Gold and other metals slid further Wednesday as the dollar rose for a second straight day.
Gold for February delivery lost $5.60 to settle at $1,092.50 an ounce on the New York Mercantile Exchange.
Following a months-long trend of trading inversely with the dollar, gold fell as the ICE Futures U.S. dollar index gained 0.1 percent. The index is a widely used measure of the dollar's performance against other currencies.
Gold is used as a hedge against inflation and a weaker dollar, so demand for the metal tends to diminish when the greenback is stronger.
The price of gold has fallen about 10 percent from a record high of $1,227.50 on Dec. 3 as the dollar has steadied, but is still up 24 percent for the year.
The dollar is likely to dictate which way gold goes next year as well. Many analysts expect the Federal Reserve to raise interest rates before 2010 is over, which would boost the dollar and potentially hurt gold prices.
But a rate hike might also be a boon to gold, depending on how traders look at it. Higher interest rates are used to ward off inflation. If the Fed signals that inflation is becoming a threat by raising rates, gold prices may spike as investors look for ways to safeguard their money.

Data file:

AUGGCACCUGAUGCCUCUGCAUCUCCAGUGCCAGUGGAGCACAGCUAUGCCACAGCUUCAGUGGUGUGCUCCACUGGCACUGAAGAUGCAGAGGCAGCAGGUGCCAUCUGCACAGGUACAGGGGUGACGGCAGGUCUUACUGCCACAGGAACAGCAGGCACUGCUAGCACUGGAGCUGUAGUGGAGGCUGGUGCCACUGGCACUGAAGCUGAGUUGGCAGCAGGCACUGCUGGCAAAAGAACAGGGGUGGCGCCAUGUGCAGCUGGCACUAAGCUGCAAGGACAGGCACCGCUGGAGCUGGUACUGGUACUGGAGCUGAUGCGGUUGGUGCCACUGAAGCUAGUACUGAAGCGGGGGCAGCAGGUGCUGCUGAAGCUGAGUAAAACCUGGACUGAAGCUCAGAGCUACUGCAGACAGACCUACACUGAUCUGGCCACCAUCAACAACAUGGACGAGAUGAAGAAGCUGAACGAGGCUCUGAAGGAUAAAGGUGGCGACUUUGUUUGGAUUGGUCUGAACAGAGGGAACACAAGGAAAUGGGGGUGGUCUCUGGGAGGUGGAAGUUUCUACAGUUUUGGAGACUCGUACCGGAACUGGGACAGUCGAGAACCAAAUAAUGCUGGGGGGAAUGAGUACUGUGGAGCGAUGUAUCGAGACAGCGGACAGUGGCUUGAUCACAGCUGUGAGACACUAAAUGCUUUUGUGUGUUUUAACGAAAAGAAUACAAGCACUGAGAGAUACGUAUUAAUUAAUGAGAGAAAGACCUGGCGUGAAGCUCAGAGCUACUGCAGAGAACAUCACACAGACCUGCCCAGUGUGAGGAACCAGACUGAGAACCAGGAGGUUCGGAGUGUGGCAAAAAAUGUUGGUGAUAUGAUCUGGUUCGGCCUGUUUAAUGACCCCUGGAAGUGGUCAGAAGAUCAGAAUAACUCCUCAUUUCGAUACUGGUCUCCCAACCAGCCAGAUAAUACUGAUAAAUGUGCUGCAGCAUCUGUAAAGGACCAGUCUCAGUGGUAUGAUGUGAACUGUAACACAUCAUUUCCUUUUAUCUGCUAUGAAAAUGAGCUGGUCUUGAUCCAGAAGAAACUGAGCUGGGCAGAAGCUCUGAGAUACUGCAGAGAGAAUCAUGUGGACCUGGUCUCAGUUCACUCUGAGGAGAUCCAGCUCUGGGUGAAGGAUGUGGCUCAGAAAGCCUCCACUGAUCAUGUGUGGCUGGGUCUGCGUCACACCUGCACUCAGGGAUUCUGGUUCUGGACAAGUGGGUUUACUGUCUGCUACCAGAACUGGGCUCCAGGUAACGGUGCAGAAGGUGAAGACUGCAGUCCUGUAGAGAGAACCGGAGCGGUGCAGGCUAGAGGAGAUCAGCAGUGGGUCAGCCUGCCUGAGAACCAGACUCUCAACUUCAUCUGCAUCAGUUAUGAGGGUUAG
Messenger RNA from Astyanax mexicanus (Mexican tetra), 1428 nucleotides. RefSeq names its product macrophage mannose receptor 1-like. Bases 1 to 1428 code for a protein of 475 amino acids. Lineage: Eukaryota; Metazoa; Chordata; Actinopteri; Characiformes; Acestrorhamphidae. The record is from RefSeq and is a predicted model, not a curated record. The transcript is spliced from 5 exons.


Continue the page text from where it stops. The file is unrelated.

In other Nymex trading Wednesday, March silver dropped 30.8 cents to $16.802 an ounce, while January platinum fell $14.80 to $1,452.30 an ounce.
March copper futures rose 3.15 cents to $3.345 a pound.
Oil prices edged up above $79 a barrel after the government reported another drop in crude supplies. It is common to see crude levels fall at the end of the year as many companies empty out storage facilities for tax purposes. Supplies have fallen nearly 14 million barrels over the past four weeks, but they are still relatively high compared with previous years.
Light, sweet crude for February delivery rose for a sixth straight day, adding 41 cents to $79.28 a barrel.
Gasoline futures added 3 cents to $2.0406 a gallon, while heating oil futures rose less than a penny to $2.1093 a gallon.
On the Chicago Board of Trade, March wheat futures rose 3.75 cents to $5.4475 a bushel, while corn for March delivery slid 3.25 cents to $4.1375 a bushel.
March soybeans fell 2.5 cents to $10.445 a bushel.